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08/29/17 01:56 PM #227    

Laura Enos

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Carl Thorne-Thomsen

Brief life of a man of principle: 1946-1967



Carl Thorne-Thomsen in high school (with fellow student-council member Linda Jones Docherty)

Photograph from Lake Forest High School 1964 Yearbook/Courtesy of Linda Docherty


THE VIETNAM WAR era at Harvard is largely remembered as a time of resistance. In the late 1960s, students burned draft cards, occupied University Hall, and helped drive ROTC off campus. But before the anti-war movement became daily news in The Harvard Crimson, one undergraduate—Carl Thorne-Thomsen ’68—engaged in a personal and uncommon act of protest.


Those who knew him describe someone smart and athletic, enthusiastic and genuine, funny and at ease with himself and others. Though his humor often masked it, he also had a thoughtful side, writing in a high-school friend’s yearbook, “Perhaps I do not seem serious…but nonetheless I am.” Above all, Thorne-Thomsen possessed a sense of justice that led him to fight in a war he did not believe in.


The fourth of five children in a politically conscious family, he grew up north of Chicago. At Lake Forest High School, he earned academic honors, played the cello, and was a standout athlete. His best friend, Jim Kahle, recalls summers when “we would go sailing, swimming, and play wiffle ball during the day and at night engage in solving the world’s problems.” As student-council president, Thorne-Thomsen demonstrated his democratic values by working to eliminate a grade-point requirement for future officers.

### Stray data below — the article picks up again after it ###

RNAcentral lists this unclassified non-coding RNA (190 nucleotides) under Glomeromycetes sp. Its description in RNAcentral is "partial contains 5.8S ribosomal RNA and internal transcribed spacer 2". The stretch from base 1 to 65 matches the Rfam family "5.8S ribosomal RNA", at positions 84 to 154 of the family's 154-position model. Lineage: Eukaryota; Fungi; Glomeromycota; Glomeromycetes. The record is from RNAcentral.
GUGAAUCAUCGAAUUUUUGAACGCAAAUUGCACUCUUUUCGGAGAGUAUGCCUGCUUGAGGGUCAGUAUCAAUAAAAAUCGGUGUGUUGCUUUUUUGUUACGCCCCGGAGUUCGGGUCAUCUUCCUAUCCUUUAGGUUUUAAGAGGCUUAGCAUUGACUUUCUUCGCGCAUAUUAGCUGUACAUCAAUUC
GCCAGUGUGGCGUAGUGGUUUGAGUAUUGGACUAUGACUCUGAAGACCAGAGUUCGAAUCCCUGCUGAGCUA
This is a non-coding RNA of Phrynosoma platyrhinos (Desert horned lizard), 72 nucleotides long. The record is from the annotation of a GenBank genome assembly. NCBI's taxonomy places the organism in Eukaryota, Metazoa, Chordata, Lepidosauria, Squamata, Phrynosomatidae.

At Harvard, the six-foot Midwesterner tried out for freshman crew and became one of two first-time oarsmen in the 1965 undefeated lightweight boat, rowing in the number-five seat. Teammate Chris Cutler remembers an exceptional athlete who “brought humor and joy to the boathouse.” Bill Braun adds, “Carl always wanted to do more than his fair share. You never had to look over your shoulder to see if he was pulling his oar.”

But the Dunster House resident had more on his mind than rowing. With the Vietnam War escalating, concern about the draft led students to forgo leaves of absence, join the Peace Corps, and apply to graduate school. According to the 1966 Harvard yearbook, many considered military service in the unpopular conflict to be a “waste of time” and “the work of a high-school dropout.”

Thorne-Thomsen saw it differently. He believed it was unjust for him to remain sheltered at Harvard while the government sent poorer, less well-educated young men to war. In late 1966, he told his friend Linda Jones (Docherty), who had served with him on student council, that he was thinking of leaving college; she recalls him saying, “Talk me out of it.” She couldn’t, nor could the few family members and friends in whom he confided. “He scorned that student deferment,” says his oldest brother, Leif. Thorne-Thomsen withdrew from Harvard in his junior spring and was drafted shortly thereafter. Rejecting the offer of a hiding place in Canada, and a safer post in the Pentagon, he told his father, “I have to do this.” His mother, who begged him not to go, wrote later that his decision exemplified “the qualities I loved most in him. He was perceptive, he hated unfairness, he was courageous, and he lived by his principles and acted on them despite personal consequences.”